“In lawyer-speak, this is a statement of evidence that what you did when I was lost, was not in vain. I know the words of Jeremiah 29:11 are true: The Lord has a plan for my life. Thank you again, and again, and again, for being part of my life, and for interceding for me when I needed you.”

It isn’t often we receive such a tangible reminder of the importance of the work we do. More often than not, we live in a “no news is good news” environment. Granted, most of us hear positive comments every Sunday, but I would be willing to bet that we are all inclined to run that through a “well intended but obligatory” filter.

While some exceptions exist, I suspect that most of us battle insecurities, doubts, overwhelming challenges and the incessant question, “Am I making a difference?” far more frequently than we bask in the awareness of knowing what we do really matters.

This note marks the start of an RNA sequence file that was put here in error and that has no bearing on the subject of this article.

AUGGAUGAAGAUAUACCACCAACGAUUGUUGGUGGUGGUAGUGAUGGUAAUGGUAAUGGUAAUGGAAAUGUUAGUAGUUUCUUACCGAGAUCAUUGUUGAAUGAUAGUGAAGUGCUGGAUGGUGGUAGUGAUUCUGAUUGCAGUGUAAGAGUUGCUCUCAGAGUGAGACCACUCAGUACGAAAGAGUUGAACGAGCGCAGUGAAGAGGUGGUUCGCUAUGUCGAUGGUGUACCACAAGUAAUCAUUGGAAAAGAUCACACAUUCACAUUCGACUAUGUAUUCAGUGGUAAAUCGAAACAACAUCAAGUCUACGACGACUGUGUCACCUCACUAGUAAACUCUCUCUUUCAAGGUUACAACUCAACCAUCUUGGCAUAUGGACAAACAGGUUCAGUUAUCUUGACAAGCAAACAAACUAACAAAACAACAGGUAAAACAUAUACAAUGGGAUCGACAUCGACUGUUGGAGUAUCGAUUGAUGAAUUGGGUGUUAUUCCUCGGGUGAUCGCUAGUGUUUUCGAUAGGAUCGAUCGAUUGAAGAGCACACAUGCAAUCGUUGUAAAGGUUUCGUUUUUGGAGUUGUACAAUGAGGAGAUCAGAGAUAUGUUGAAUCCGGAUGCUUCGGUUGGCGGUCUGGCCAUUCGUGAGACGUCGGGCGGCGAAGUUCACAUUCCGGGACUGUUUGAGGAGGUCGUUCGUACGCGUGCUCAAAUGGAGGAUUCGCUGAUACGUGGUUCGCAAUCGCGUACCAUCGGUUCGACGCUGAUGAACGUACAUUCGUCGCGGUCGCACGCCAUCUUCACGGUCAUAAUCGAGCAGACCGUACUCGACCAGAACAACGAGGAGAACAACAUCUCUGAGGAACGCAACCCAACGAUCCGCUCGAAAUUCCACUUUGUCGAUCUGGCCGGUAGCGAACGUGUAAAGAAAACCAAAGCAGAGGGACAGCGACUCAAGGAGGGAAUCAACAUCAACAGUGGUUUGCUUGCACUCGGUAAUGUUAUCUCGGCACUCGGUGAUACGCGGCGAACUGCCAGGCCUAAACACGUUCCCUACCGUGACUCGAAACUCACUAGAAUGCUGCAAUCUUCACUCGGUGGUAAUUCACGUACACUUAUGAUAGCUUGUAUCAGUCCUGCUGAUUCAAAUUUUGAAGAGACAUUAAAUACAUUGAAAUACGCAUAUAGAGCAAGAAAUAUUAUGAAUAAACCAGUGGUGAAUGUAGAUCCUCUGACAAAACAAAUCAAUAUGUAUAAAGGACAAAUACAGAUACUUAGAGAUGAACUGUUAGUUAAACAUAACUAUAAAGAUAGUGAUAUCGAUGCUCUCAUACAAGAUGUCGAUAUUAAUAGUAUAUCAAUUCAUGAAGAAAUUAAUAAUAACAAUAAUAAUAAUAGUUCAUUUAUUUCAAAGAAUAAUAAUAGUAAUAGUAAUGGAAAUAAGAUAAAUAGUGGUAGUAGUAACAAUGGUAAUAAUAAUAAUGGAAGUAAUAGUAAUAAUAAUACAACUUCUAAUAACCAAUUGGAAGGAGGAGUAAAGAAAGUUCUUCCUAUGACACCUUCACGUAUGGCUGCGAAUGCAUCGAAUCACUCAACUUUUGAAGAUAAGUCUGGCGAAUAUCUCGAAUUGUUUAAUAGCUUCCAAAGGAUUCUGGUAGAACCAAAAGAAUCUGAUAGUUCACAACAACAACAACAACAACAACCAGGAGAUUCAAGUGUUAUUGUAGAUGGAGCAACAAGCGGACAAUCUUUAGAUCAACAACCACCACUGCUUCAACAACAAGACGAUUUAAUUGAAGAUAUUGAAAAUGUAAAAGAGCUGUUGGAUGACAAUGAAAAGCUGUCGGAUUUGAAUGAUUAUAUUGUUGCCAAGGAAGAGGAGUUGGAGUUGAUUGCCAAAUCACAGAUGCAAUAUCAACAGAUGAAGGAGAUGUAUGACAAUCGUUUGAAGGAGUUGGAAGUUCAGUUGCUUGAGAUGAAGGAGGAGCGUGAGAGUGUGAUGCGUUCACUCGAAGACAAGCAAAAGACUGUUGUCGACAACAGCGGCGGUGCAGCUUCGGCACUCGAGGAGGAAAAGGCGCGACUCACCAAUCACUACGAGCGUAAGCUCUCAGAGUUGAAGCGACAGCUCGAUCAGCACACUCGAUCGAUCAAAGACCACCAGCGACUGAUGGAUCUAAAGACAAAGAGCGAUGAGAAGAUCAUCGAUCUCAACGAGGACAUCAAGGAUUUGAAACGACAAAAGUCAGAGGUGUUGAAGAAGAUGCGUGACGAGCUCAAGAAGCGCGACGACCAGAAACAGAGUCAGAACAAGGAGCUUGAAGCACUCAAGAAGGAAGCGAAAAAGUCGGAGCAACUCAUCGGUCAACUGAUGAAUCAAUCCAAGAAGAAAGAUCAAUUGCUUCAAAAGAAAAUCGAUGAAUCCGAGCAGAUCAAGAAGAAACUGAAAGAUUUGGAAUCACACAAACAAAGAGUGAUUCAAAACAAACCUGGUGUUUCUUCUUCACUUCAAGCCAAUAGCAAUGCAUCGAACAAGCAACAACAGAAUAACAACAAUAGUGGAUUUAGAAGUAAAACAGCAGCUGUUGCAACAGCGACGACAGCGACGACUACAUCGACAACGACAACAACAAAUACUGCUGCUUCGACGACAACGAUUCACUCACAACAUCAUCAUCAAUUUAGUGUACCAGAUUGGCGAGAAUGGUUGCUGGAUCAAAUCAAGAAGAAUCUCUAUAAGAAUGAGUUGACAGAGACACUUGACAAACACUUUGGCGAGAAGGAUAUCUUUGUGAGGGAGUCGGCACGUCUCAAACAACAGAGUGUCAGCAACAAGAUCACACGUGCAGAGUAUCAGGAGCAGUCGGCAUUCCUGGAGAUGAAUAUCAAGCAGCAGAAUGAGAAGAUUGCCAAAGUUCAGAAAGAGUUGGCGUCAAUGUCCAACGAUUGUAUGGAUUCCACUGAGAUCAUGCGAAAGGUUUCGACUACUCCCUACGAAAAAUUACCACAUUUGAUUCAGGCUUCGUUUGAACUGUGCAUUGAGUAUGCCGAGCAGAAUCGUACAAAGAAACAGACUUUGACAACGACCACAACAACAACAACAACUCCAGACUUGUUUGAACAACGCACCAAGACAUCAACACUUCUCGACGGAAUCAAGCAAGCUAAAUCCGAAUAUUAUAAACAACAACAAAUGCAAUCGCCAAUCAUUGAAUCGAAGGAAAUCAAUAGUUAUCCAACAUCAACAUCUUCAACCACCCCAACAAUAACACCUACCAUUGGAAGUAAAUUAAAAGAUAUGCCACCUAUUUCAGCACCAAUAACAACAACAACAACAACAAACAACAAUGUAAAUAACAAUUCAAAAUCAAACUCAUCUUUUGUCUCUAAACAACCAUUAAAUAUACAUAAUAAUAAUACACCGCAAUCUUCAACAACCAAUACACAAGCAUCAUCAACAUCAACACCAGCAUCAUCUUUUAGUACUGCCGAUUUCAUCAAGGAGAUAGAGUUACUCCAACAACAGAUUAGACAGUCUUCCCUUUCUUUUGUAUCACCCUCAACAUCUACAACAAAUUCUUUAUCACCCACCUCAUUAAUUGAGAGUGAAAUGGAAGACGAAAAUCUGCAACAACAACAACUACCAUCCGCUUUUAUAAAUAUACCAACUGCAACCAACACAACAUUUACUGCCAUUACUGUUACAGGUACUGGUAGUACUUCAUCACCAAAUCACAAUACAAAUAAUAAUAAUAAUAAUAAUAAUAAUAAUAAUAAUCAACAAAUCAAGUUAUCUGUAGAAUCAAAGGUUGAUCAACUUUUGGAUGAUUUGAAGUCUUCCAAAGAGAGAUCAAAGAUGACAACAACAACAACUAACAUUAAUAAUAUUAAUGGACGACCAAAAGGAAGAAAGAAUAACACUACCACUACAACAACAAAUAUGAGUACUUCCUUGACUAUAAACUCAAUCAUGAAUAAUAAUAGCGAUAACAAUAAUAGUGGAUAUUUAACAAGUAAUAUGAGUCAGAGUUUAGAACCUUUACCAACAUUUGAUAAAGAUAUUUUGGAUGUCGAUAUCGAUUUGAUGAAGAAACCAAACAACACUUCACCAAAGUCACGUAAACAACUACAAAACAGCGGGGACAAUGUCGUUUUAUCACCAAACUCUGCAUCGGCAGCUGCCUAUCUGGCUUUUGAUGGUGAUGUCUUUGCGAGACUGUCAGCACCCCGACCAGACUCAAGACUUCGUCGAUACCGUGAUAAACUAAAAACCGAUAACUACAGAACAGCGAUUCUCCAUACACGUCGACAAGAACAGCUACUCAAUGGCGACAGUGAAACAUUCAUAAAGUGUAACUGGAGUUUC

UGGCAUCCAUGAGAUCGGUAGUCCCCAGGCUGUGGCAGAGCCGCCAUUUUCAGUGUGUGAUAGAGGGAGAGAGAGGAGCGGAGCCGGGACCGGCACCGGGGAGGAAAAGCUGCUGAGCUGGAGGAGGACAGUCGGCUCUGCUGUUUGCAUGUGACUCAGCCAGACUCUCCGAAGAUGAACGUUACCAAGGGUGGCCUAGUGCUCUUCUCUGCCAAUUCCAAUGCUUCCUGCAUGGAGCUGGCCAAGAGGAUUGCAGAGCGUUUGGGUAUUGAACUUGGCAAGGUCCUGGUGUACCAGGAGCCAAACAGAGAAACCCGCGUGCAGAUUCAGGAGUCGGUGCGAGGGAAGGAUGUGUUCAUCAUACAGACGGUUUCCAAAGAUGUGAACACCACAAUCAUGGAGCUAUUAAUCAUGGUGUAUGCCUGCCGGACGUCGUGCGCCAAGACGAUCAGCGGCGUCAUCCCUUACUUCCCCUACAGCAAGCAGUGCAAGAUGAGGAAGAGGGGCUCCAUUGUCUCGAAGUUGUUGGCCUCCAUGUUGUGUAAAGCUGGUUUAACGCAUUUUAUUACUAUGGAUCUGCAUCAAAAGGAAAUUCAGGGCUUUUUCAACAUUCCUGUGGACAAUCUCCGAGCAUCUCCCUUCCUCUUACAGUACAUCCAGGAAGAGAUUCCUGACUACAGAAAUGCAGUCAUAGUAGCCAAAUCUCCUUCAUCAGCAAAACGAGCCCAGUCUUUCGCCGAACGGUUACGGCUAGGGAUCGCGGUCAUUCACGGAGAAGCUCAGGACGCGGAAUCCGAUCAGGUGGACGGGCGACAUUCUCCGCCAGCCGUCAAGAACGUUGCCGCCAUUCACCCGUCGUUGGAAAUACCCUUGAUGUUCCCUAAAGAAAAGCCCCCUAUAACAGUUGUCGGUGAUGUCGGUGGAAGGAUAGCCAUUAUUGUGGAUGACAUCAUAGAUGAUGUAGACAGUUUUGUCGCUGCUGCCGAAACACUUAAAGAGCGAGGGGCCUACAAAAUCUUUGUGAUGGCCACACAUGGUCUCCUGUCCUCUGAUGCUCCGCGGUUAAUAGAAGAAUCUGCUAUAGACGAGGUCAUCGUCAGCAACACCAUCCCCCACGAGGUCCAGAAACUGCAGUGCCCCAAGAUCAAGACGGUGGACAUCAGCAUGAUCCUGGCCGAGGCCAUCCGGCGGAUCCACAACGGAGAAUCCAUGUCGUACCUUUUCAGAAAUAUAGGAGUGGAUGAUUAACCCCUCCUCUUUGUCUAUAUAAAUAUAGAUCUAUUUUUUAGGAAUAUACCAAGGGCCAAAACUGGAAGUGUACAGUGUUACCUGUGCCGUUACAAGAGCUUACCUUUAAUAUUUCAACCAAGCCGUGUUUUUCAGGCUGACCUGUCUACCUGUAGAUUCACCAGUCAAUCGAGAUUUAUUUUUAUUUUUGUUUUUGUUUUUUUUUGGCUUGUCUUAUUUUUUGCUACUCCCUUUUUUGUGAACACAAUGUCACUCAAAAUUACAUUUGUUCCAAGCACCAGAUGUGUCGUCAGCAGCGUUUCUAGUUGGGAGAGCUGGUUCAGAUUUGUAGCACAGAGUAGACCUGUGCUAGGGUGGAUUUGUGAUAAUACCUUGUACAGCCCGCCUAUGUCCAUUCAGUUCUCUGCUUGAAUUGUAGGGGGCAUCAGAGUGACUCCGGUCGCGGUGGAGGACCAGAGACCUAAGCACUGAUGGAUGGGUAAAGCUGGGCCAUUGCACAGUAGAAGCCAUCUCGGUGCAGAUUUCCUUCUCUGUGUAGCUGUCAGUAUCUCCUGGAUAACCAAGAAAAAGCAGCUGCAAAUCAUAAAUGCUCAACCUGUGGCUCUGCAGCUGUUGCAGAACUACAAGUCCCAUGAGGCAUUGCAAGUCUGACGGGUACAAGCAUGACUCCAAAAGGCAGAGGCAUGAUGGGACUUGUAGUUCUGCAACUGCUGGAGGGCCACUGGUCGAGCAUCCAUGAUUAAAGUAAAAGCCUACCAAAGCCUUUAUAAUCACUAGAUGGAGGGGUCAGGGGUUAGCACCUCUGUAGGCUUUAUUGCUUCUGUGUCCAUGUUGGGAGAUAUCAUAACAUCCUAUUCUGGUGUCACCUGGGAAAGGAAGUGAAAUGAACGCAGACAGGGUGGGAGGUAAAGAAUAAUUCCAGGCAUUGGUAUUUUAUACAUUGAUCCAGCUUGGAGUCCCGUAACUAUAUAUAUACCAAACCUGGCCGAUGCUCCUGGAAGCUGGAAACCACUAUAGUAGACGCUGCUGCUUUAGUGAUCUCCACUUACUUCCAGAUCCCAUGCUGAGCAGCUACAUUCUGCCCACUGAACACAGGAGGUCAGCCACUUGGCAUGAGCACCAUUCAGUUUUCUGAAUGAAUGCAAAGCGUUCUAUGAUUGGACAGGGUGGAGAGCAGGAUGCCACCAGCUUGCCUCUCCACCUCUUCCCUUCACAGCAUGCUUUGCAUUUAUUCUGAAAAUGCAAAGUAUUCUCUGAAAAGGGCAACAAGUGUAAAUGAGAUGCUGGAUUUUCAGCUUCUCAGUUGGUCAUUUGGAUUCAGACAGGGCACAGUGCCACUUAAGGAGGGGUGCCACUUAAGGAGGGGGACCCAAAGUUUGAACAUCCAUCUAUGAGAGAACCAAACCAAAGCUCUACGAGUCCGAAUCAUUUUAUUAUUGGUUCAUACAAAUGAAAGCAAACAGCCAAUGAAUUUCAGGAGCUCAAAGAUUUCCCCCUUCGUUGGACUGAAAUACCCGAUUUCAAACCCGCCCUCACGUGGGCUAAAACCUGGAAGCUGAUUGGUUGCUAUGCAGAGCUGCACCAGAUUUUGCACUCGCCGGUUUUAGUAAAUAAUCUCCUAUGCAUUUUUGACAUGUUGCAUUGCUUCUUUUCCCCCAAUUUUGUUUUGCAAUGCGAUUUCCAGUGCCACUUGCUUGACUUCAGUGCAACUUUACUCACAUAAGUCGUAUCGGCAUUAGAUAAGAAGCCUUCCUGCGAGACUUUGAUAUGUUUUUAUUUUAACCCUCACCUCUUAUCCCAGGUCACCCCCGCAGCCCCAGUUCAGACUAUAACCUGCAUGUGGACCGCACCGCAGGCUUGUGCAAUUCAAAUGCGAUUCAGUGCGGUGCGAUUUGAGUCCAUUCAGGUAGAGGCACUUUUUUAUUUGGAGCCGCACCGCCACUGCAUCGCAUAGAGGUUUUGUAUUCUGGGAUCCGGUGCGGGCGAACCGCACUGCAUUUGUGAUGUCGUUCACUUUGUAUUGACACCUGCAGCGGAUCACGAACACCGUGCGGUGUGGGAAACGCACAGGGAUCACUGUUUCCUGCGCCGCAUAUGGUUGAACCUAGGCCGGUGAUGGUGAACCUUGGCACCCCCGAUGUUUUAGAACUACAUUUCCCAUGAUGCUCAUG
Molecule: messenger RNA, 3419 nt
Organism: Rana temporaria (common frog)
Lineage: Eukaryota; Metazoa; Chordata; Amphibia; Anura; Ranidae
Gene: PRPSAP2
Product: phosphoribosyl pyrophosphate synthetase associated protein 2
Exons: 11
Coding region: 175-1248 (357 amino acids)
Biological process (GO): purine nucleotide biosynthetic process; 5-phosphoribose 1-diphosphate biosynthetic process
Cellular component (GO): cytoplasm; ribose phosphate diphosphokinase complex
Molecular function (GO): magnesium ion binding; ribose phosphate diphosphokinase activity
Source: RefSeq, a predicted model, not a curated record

I share this story because, in the middle of my own doubts, I was reminded by a girl who once was lost that the work we do does matter. It is a good work. It is an eternally good work. More than likely our full comprehension of that will be revealed to us in heaven.

So, in the meantime, when something comes along to remind us of the value of what we do, let’s allow ourselves a moment to appreciatively ponder the significance of what God has called us to.

By: Brian Empie, senior pastor of River Valley Christian Fellowship (Bozeman Foursquare Church) in Bozeman, Mont.

senior pastor of River Valley Christian Fellowship (Bozeman Foursquare Church) in Bozeman, Mont.